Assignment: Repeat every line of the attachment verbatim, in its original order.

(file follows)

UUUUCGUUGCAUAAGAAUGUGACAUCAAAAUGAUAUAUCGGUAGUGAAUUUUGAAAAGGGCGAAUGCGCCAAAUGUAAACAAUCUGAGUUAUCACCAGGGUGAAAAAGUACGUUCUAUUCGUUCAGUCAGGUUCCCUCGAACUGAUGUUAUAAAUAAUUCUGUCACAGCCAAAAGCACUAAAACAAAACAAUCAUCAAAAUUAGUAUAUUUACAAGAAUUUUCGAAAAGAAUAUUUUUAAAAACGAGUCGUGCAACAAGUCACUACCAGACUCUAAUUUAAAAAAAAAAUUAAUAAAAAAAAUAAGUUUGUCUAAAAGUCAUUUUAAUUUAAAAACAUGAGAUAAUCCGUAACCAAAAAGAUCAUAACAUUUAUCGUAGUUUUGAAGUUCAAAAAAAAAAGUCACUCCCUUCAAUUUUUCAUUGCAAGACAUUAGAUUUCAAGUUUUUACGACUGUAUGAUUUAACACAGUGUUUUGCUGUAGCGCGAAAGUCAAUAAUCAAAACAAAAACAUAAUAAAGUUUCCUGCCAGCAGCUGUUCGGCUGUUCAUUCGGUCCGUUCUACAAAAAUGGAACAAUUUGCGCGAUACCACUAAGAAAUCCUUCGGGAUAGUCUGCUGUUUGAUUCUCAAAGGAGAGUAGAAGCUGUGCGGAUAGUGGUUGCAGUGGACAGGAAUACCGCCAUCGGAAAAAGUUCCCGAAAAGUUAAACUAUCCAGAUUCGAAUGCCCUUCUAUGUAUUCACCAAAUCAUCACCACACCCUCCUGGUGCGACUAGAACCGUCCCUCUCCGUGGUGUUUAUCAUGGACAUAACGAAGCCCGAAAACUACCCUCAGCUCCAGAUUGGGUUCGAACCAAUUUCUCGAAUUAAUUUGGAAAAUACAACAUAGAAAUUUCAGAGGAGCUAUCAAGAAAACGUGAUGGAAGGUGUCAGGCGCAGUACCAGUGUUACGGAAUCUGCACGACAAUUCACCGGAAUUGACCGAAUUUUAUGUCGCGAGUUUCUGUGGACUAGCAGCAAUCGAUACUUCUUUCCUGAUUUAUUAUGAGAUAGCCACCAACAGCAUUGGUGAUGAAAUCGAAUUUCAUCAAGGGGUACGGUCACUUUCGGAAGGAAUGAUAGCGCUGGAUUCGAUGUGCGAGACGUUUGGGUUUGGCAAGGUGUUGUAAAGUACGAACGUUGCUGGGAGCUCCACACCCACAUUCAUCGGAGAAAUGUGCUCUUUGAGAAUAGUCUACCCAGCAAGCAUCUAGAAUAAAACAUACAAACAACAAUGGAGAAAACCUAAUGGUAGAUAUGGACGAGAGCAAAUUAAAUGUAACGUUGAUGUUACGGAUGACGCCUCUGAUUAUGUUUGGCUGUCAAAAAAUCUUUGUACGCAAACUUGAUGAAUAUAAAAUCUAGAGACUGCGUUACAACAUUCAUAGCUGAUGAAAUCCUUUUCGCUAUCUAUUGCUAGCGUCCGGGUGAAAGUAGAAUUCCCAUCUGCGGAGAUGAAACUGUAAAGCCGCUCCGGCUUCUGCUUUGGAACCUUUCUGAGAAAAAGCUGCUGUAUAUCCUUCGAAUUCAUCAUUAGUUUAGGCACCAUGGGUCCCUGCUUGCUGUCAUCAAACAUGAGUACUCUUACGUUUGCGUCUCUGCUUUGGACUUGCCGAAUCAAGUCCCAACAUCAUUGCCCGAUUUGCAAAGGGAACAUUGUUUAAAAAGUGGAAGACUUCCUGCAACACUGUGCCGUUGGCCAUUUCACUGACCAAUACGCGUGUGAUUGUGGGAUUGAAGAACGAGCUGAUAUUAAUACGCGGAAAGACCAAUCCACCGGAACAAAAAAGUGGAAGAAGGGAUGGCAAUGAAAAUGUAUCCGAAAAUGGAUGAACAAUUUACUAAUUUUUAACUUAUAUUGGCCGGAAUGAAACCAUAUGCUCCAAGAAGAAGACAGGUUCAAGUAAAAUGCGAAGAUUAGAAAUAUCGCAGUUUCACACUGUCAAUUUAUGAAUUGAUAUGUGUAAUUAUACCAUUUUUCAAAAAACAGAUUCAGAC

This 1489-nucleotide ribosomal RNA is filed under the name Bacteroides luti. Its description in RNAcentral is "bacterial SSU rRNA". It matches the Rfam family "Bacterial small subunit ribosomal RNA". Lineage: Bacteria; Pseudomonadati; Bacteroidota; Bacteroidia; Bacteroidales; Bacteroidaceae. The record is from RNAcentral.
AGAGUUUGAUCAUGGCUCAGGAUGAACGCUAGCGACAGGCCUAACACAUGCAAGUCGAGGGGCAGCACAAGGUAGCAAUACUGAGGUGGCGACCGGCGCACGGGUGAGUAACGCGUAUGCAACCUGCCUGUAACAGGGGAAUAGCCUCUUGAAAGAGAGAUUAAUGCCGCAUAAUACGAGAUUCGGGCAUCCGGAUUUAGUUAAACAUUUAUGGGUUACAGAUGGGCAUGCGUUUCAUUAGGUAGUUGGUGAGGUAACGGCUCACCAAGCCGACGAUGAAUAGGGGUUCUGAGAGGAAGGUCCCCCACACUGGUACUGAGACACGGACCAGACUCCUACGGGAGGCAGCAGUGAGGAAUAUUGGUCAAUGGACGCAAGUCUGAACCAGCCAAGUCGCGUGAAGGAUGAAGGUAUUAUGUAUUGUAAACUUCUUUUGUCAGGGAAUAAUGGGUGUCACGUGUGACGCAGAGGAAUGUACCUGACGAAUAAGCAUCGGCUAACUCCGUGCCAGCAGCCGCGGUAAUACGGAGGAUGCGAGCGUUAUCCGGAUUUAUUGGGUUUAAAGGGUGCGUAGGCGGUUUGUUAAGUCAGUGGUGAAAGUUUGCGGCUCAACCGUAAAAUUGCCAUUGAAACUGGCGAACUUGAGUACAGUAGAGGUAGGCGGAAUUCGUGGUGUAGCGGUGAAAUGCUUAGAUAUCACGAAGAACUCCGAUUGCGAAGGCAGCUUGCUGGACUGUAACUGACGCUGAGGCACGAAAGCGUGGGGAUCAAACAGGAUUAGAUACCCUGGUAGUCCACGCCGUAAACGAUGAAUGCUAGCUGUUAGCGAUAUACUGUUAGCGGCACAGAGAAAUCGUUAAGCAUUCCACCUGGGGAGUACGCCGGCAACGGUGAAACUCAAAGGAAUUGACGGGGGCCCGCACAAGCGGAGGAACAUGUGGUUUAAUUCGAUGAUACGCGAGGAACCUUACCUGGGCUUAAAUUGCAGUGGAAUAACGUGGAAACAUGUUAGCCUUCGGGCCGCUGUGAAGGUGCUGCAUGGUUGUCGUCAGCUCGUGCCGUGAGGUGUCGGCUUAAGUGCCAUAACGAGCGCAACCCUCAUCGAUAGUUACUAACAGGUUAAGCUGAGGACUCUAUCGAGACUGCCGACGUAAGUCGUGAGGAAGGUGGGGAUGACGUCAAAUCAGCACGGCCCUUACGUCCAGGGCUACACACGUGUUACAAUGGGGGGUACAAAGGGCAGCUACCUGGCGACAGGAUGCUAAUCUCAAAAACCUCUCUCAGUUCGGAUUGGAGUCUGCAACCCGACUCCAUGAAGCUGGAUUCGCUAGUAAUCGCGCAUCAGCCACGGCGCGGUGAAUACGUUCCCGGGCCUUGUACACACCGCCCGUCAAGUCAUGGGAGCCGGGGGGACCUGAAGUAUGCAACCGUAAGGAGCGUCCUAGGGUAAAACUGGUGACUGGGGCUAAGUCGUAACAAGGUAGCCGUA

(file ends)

UUUUCGUUGCAUAAGAAUGUGACAUCAAAAUGAUAUAUCGGUAGUGAAUUUUGAAAAGGGCGAAUGCGCCAAAUGUAAACAAUCUGAGUUAUCACCAGGGUGAAAAAGUACGUUCUAUUCGUUCAGUCAGGUUCCCUCGAACUGAUGUUAUAAAUAAUUCUGUCACAGCCAAAAGCACUAAAACAAAACAAUCAUCAAAAUUAGUAUAUUUACAAGAAUUUUCGAAAAGAAUAUUUUUAAAAACGAGUCGUGCAACAAGUCACUACCAGACUCUAAUUUAAAAAAAAAAUUAAUAAAAAAAAUAAGUUUGUCUAAAAGUCAUUUUAAUUUAAAAACAUGAGAUAAUCCGUAACCAAAAAGAUCAUAACAUUUAUCGUAGUUUUGAAGUUCAAAAAAAAAAGUCACUCCCUUCAAUUUUUCAUUGCAAGACAUUAGAUUUCAAGUUUUUACGACUGUAUGAUUUAACACAGUGUUUUGCUGUAGCGCGAAAGUCAAUAAUCAAAACAAAAACAUAAUAAAGUUUCCUGCCAGCAGCUGUUCGGCUGUUCAUUCGGUCCGUUCUACAAAAAUGGAACAAUUUGCGCGAUACCACUAAGAAAUCCUUCGGGAUAGUCUGCUGUUUGAUUCUCAAAGGAGAGUAGAAGCUGUGCGGAUAGUGGUUGCAGUGGACAGGAAUACCGCCAUCGGAAAAAGUUCCCGAAAAGUUAAACUAUCCAGAUUCGAAUGCCCUUCUAUGUAUUCACCAAAUCAUCACCACACCCUCCUGGUGCGACUAGAACCGUCCCUCUCCGUGGUGUUUAUCAUGGACAUAACGAAGCCCGAAAACUACCCUCAGCUCCAGAUUGGGUUCGAACCAAUUUCUCGAAUUAAUUUGGAAAAUACAACAUAGAAAUUUCAGAGGAGCUAUCAAGAAAACGUGAUGGAAGGUGUCAGGCGCAGUACCAGUGUUACGGAAUCUGCACGACAAUUCACCGGAAUUGACCGAAUUUUAUGUCGCGAGUUUCUGUGGACUAGCAGCAAUCGAUACUUCUUUCCUGAUUUAUUAUGAGAUAGCCACCAACAGCAUUGGUGAUGAAAUCGAAUUUCAUCAAGGGGUACGGUCACUUUCGGAAGGAAUGAUAGCGCUGGAUUCGAUGUGCGAGACGUUUGGGUUUGGCAAGGUGUUGUAAAGUACGAACGUUGCUGGGAGCUCCACACCCACAUUCAUCGGAGAAAUGUGCUCUUUGAGAAUAGUCUACCCAGCAAGCAUCUAGAAUAAAACAUACAAACAACAAUGGAGAAAACCUAAUGGUAGAUAUGGACGAGAGCAAAUUAAAUGUAACGUUGAUGUUACGGAUGACGCCUCUGAUUAUGUUUGGCUGUCAAAAAAUCUUUGUACGCAAACUUGAUGAAUAUAAAAUCUAGAGACUGCGUUACAACAUUCAUAGCUGAUGAAAUCCUUUUCGCUAUCUAUUGCUAGCGUCCGGGUGAAAGUAGAAUUCCCAUCUGCGGAGAUGAAACUGUAAAGCCGCUCCGGCUUCUGCUUUGGAACCUUUCUGAGAAAAAGCUGCUGUAUAUCCUUCGAAUUCAUCAUUAGUUUAGGCACCAUGGGUCCCUGCUUGCUGUCAUCAAACAUGAGUACUCUUACGUUUGCGUCUCUGCUUUGGACUUGCCGAAUCAAGUCCCAACAUCAUUGCCCGAUUUGCAAAGGGAACAUUGUUUAAAAAGUGGAAGACUUCCUGCAACACUGUGCCGUUGGCCAUUUCACUGACCAAUACGCGUGUGAUUGUGGGAUUGAAGAACGAGCUGAUAUUAAUACGCGGAAAGACCAAUCCACCGGAACAAAAAAGUGGAAGAAGGGAUGGCAAUGAAAAUGUAUCCGAAAAUGGAUGAACAAUUUACUAAUUUUUAACUUAUAUUGGCCGGAAUGAAACCAUAUGCUCCAAGAAGAAGACAGGUUCAAGUAAAAUGCGAAGAUUAGAAAUAUCGCAGUUUCACACUGUCAAUUUAUGAAUUGAUAUGUGUAAUUAUACCAUUUUUCAAAAAACAGAUUCAGAC

This 1489-nucleotide ribosomal RNA is filed under the name Bacteroides luti. Its description in RNAcentral is "bacterial SSU rRNA". It matches the Rfam family "Bacterial small subunit ribosomal RNA". Lineage: Bacteria; Pseudomonadati; Bacteroidota; Bacteroidia; Bacteroidales; Bacteroidaceae. The record is from RNAcentral.
AGAGUUUGAUCAUGGCUCAGGAUGAACGCUAGCGACAGGCCUAACACAUGCAAGUCGAGGGGCAGCACAAGGUAGCAAUACUGAGGUGGCGACCGGCGCACGGGUGAGUAACGCGUAUGCAACCUGCCUGUAACAGGGGAAUAGCCUCUUGAAAGAGAGAUUAAUGCCGCAUAAUACGAGAUUCGGGCAUCCGGAUUUAGUUAAACAUUUAUGGGUUACAGAUGGGCAUGCGUUUCAUUAGGUAGUUGGUGAGGUAACGGCUCACCAAGCCGACGAUGAAUAGGGGUUCUGAGAGGAAGGUCCCCCACACUGGUACUGAGACACGGACCAGACUCCUACGGGAGGCAGCAGUGAGGAAUAUUGGUCAAUGGACGCAAGUCUGAACCAGCCAAGUCGCGUGAAGGAUGAAGGUAUUAUGUAUUGUAAACUUCUUUUGUCAGGGAAUAAUGGGUGUCACGUGUGACGCAGAGGAAUGUACCUGACGAAUAAGCAUCGGCUAACUCCGUGCCAGCAGCCGCGGUAAUACGGAGGAUGCGAGCGUUAUCCGGAUUUAUUGGGUUUAAAGGGUGCGUAGGCGGUUUGUUAAGUCAGUGGUGAAAGUUUGCGGCUCAACCGUAAAAUUGCCAUUGAAACUGGCGAACUUGAGUACAGUAGAGGUAGGCGGAAUUCGUGGUGUAGCGGUGAAAUGCUUAGAUAUCACGAAGAACUCCGAUUGCGAAGGCAGCUUGCUGGACUGUAACUGACGCUGAGGCACGAAAGCGUGGGGAUCAAACAGGAUUAGAUACCCUGGUAGUCCACGCCGUAAACGAUGAAUGCUAGCUGUUAGCGAUAUACUGUUAGCGGCACAGAGAAAUCGUUAAGCAUUCCACCUGGGGAGUACGCCGGCAACGGUGAAACUCAAAGGAAUUGACGGGGGCCCGCACAAGCGGAGGAACAUGUGGUUUAAUUCGAUGAUACGCGAGGAACCUUACCUGGGCUUAAAUUGCAGUGGAAUAACGUGGAAACAUGUUAGCCUUCGGGCCGCUGUGAAGGUGCUGCAUGGUUGUCGUCAGCUCGUGCCGUGAGGUGUCGGCUUAAGUGCCAUAACGAGCGCAACCCUCAUCGAUAGUUACUAACAGGUUAAGCUGAGGACUCUAUCGAGACUGCCGACGUAAGUCGUGAGGAAGGUGGGGAUGACGUCAAAUCAGCACGGCCCUUACGUCCAGGGCUACACACGUGUUACAAUGGGGGGUACAAAGGGCAGCUACCUGGCGACAGGAUGCUAAUCUCAAAAACCUCUCUCAGUUCGGAUUGGAGUCUGCAACCCGACUCCAUGAAGCUGGAUUCGCUAGUAAUCGCGCAUCAGCCACGGCGCGGUGAAUACGUUCCCGGGCCUUGUACACACCGCCCGUCAAGUCAUGGGAGCCGGGGGGACCUGAAGUAUGCAACCGUAAGGAGCGUCCUAGGGUAAAACUGGUGACUGGGGCUAAGUCGUAACAAGGUAGCCGUA